Since May is Lupus Awareness Month, I thought it would be fitting to share the story of one of my hair loss sisters, Sharyn. She was kind enough to provide some information and her own experience with hair loss and lupus. Sharyn is one of the strongest people I have met – not only is she dealing with the tough experience of losing her hair, she’s also battling (and conquering!) life with lupus.

Lupus is one of the many medical conditions that includes hair loss as a symptom. This is why it’s very important to head to the doctor if you notice your hair is shedding. Read on to hear Sharyn’s story.

Three years ago, I noticed that I was not only losing a lot of hair in the shower, but that I was seeing more and more scalp through my thin, fine hair. Scared, I called a dermatologist to find out how to keep my hair on my head where it belonged. Most women undergoing HL seek out a dermatologist who looks at their scalp, orders a battery of blood tests, ultimately tells them they have genetic hair loss and give them a prescription for spironolactone and recommendations for minoxidil then send them on their way. I expected a similar experience.

The dermatologist was a nice woman who went through the different causes of hair loss in women with me, then explained what kind of lab tests she needed to run before we started any treatment. She seemed pretty confident I was suffering from androgenic alopecia (AGA) and that I would be back to see her soon for my prescription. Among the lab tests she ordered were hormone levels, vitamin and mineral levels to check for deficiencies, and something I had never heard of: the antinuclear antibody test.

About a week after the labs were drawn, I got a call from her nurse telling me that I needed to see a rheumatologist. My labs had come back and I was anemic and my ANA was extremely elevated. I didn’t even know what that meant. She threw out scary diseases like lupus and rheumatoid arthritis. Shaking, I got off the phone and called my husband while frantically searching the internet for what a positive ANA might mean. I learned that ANA are autoantibodies directed at the cell nucleus and are measured in titers with a reading of 1:40 considered a weak positive. With each dilution, that titer doubled (meaning one more dilution before no more ANA were detected would be 1:80; two more dilutions would be 1:160 and so on). Some healthy people with no autoimmunity whatsoever have a low positive ANA … so perhaps there was hope for me?

That afternoon, I picked up a copy of my labs from my dermatologist’s office. I quickly scanned for the section with ANA titer, and my heart dropped when I saw the reading: greater than or equal to 1:1280. At that high of a titer, there was something wrong with me. I was sick. If I had known what was in store for me, I’m not sure how I would have made it out of that parking lot.

A few weeks later, I was sitting in a rheumatologist’s office with my husband and a list of medical symptoms a page long – anything I could possibly think of had made it onto that list, things I had blown off as normal or just ignored for years. We ran more labs, including a full ANA panel, took x-rays, and he did a full evaluation. The full ANA panel includes looking for specific autoantibodies that can help doctors confirm a diagnosis – such as SS-A and SS-B antibodies, rheumatoid factor, and anti-dsDNA. Not long after that appointment, I got a phone call: I had Sjogren’s disease, an autoimmune disease that primarily attacks the moisture producing glands of the body. My rheumatologist recommended starting Plaquenil immediately for the joint pain and inflammation. But this disease didn’t seem to fit all of my symptoms, and for the next year, with each follow up with my rheumatologist, more and more diagnostic criteria were met for lupus, and I was eventually diagnosed with lupus as well. Systemic lupus erythematosus is a very serious autoimmune disease in which autoantibodies attack the healthy tissues of our own body. It can affect virtually any part of the body, most commonly the skin, kidneys, lungs, heart and central nervous system. It is a debilitating, and sometimes fatal, disease.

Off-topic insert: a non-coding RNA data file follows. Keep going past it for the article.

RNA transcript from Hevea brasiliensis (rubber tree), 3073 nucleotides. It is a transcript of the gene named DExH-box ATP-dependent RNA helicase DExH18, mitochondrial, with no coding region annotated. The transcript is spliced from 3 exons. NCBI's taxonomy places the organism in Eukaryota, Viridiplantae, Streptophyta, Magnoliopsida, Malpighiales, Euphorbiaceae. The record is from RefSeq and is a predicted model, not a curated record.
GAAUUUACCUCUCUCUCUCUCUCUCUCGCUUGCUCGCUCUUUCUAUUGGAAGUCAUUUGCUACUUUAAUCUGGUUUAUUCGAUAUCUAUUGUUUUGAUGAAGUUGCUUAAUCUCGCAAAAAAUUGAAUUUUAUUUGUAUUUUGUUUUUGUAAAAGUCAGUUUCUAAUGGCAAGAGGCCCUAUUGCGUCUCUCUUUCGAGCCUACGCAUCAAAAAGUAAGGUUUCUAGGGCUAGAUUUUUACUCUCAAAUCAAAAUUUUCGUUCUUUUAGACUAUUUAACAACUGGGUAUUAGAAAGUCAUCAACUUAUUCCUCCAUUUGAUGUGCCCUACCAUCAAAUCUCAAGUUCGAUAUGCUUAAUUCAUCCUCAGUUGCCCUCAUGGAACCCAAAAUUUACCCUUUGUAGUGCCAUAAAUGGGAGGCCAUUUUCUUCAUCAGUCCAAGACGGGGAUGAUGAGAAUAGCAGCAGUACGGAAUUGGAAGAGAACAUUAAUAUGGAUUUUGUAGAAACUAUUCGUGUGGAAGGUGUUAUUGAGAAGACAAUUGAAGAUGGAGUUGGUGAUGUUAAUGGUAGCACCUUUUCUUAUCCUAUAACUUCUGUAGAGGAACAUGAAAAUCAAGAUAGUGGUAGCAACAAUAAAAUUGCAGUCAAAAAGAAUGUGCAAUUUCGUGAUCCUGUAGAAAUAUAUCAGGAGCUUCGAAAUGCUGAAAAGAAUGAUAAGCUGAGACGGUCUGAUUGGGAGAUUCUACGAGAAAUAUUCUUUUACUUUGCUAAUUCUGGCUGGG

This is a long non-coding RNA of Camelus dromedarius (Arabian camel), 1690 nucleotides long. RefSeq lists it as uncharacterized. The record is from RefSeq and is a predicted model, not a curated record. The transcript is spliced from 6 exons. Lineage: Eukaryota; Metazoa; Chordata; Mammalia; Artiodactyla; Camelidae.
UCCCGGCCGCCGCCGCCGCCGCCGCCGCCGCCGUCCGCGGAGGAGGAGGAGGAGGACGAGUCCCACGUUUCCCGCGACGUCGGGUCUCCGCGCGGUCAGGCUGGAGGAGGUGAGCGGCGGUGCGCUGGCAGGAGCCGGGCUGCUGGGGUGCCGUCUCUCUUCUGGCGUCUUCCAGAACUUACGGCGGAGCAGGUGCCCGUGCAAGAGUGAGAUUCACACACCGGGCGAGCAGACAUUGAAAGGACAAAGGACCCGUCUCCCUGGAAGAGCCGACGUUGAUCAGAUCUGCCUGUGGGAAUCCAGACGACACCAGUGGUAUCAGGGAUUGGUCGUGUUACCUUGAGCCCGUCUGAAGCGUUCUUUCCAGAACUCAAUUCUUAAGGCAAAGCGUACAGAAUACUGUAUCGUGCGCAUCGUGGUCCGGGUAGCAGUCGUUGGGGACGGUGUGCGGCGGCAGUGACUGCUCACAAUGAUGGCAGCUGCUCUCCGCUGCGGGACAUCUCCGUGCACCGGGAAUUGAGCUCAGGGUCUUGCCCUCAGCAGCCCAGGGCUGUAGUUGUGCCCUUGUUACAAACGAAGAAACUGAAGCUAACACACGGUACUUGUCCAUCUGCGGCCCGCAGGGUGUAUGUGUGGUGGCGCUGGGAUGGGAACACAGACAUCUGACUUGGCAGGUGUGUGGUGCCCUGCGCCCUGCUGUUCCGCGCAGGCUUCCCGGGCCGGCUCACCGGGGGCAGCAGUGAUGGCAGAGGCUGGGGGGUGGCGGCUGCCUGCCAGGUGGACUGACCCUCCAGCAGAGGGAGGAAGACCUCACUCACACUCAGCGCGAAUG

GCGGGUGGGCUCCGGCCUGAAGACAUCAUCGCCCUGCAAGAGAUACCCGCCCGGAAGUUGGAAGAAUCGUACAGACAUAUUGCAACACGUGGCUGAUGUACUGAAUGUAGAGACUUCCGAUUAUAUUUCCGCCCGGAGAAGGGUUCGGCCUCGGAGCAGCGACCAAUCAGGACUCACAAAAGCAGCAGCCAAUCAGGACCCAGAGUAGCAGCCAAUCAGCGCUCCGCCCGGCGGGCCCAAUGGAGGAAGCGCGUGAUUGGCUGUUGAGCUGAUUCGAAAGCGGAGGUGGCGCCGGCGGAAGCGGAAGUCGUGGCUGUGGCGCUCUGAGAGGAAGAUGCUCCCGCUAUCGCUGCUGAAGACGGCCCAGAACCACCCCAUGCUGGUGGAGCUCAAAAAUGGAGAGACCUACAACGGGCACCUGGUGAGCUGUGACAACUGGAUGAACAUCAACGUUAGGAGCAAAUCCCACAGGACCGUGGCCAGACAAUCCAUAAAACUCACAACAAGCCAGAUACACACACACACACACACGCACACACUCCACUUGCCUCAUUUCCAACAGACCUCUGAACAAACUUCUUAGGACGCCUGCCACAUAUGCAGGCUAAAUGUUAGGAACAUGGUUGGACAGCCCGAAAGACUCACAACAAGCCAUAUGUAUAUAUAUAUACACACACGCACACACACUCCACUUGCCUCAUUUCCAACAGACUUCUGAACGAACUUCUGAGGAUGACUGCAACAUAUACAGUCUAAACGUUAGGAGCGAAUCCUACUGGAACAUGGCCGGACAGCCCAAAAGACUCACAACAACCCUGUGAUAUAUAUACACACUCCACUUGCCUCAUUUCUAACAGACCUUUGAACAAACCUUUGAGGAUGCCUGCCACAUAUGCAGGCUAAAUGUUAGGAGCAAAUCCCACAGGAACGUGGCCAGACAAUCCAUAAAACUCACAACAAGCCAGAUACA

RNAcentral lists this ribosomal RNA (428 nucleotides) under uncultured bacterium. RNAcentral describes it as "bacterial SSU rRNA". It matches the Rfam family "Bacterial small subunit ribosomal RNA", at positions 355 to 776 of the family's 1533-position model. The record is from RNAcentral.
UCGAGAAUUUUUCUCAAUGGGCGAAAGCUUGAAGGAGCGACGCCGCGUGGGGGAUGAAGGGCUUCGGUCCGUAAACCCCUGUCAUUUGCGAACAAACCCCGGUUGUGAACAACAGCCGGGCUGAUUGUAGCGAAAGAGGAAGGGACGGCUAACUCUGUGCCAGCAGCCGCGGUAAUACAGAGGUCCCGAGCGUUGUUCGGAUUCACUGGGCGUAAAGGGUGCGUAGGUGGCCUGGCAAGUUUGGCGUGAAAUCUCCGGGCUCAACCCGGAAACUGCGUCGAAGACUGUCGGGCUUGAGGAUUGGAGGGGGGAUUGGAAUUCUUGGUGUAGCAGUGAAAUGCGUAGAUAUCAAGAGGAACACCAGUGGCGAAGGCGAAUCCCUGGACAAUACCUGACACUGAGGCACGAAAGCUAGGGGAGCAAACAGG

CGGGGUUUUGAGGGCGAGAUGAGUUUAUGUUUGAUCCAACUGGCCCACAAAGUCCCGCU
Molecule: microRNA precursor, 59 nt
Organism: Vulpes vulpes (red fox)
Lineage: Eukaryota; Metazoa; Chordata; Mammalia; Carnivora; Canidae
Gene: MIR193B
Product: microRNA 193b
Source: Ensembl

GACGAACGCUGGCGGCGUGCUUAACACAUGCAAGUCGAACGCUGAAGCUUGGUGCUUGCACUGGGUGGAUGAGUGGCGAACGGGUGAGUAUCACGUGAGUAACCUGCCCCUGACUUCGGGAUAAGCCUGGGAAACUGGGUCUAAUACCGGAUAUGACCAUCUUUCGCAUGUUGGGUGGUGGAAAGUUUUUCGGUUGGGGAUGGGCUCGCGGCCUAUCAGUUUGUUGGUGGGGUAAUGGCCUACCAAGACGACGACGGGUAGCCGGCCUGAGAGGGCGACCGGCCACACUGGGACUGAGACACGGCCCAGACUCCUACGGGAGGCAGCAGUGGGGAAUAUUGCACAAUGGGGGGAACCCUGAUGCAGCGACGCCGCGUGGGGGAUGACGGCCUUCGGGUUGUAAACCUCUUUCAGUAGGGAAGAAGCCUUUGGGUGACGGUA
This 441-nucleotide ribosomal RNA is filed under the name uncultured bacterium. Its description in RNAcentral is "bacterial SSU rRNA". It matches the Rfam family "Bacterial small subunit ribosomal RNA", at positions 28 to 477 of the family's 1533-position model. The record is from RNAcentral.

Plaquenil did help with the painful, swollen joints and skin rashes and it also helped slow down my hair loss About a year after my initial diagnosis, though, I had to stop taking all of my medications due to some side effects, and within a month, I had lost so much hair that I bought my first wig. I used a pair of clippers, buzzed my hair down to about a ¼” and haven’t looked back. I have been wearing wigs for two years now, and they have absolutely saved my sanity.

The thing about chronic illness and hair loss is that it puts hair loss in a different perspective. I would give up every last hair on my body to have my health back. Living with lupus and Sjogren’s is a daily struggle: it means trying to balance work and family life with a kind of unrelenting fatigue that only few can understand; it means learning, and very often re-learning, limitations so as not to set off a flare (increased disease activity); it means living with pain.

Hair loss is a common feature of lupus and many other autoimmune diseases, so I would encourage any woman experiencing hair loss to talk to her doctor about it. It may be an early warning sign that something much more serious is going on inside her body, and, generally, the earlier these diseases are diagnosed and treated, the better. Losing my hair may have been a blessing in disguise for me: I was diagnosed before major symptoms began and have managed to avoid serious organ involvement as a result. I will wear my wigs happily for that exchange!